“Houston Style Magazine Recognizes History Maker Cheryl Waiters for Women’s History Month”

Dawn Paul | 3/21/2013, 8:23 p.m. | Updated on 3/21/2013, 8:23 p.m.
It’s easy to remember Black History Month or Hispanic Heritage Month, but did you remember that the month of March ...

Because Good Morning America came to interview women who were working in non-traditional work environments. That is how I became recognized.

3.You refer to your generation as The Last Mohicans, because you say that your generation was the last generation to be taught critical rules and guidelines that seem to have been forgotten today. Give me the best piece of advice you received that you still remember today that contributed to your success.

Never, ever give up. I just kept going back.

4.In your memoir you stress the importance of brains over beauty. You used your brains, not your beauty as a ticket out of an ordinary life and you succeeded. Do you think that way of thinking is an anomaly to women in today’s society with the portrayal of women in film, television, publications, etc.?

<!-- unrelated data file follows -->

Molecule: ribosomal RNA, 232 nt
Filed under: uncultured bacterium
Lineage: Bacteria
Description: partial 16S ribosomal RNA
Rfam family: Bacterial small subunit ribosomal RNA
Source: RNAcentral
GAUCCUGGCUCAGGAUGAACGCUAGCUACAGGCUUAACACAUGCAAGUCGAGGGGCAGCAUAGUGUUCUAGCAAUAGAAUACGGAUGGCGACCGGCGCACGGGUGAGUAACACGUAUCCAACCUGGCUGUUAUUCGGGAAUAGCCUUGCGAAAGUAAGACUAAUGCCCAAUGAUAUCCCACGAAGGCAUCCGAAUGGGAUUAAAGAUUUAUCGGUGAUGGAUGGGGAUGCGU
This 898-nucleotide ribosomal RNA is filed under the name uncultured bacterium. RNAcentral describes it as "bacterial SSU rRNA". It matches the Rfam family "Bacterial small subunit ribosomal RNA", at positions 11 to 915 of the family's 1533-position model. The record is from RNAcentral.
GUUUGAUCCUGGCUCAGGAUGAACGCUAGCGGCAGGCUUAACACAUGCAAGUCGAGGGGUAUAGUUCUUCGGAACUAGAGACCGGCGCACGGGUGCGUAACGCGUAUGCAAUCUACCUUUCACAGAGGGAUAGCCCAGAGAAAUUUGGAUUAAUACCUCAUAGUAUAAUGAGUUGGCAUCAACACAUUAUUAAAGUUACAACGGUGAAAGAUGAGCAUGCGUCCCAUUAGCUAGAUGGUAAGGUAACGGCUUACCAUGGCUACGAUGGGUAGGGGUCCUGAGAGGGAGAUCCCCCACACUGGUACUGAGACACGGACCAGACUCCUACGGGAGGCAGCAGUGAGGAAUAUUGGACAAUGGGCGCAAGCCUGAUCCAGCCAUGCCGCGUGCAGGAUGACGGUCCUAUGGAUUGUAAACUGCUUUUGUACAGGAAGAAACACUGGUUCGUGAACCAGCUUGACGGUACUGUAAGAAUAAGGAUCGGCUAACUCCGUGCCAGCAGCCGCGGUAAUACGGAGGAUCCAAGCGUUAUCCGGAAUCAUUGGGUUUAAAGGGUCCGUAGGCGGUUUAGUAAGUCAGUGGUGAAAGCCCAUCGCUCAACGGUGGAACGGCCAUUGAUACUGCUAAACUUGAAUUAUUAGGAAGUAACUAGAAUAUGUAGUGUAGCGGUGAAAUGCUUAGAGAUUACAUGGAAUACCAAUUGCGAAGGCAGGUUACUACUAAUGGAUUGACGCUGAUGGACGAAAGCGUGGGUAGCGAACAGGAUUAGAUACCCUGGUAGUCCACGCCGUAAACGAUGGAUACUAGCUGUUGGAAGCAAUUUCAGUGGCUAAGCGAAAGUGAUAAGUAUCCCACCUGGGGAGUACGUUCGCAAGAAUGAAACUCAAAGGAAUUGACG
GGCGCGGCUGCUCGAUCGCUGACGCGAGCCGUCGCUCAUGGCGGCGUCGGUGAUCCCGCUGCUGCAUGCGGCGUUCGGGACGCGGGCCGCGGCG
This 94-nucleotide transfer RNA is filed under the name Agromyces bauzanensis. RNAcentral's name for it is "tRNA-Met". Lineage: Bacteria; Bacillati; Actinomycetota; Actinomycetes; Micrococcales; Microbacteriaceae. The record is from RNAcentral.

Yes, I do. I still feel that beauty is highly over rated. I stress to young girls and women that you cannot be successful without intelligence. The education system needs to do more to encourage young girls to study math and science. The younger they are when you teach them this, the more they can develop their gifts in these fields.

5.Even though there have been strides made for women in non-traditional work environments, in your experience, what obstacles do women still face in these environments today?

The men simply do not want women in their ranks. They feel these jobs are for men and women can’t handle them. I was told by a man, “You are making too much money for a woman.” He didn’t feel comfortable that I made more money than he did. When women have more money they have more freedom.

6.You say in many ways you were born into this life with your “dukes up.” You tore down walls and rocked the boat, but looking back on your life is there anything you would have done differently?

I can’t think of too many things I would or could have done differently. Being a black female trying to make a life for myself was difficult. I feel blessed for the opportunities. I didn’t have too many opportunities back then, but I used the ones available and maximized them to be successful.

7.When can we expect a movie to come out about your life?

I’m working on it. I’m currently looking for the right people to make this project.

8.Who would you want to portray you in the film about your life?

I would love Halle Berry to play me, not only because she is an incredible actress, but also because she is from Cleveland, Ohio.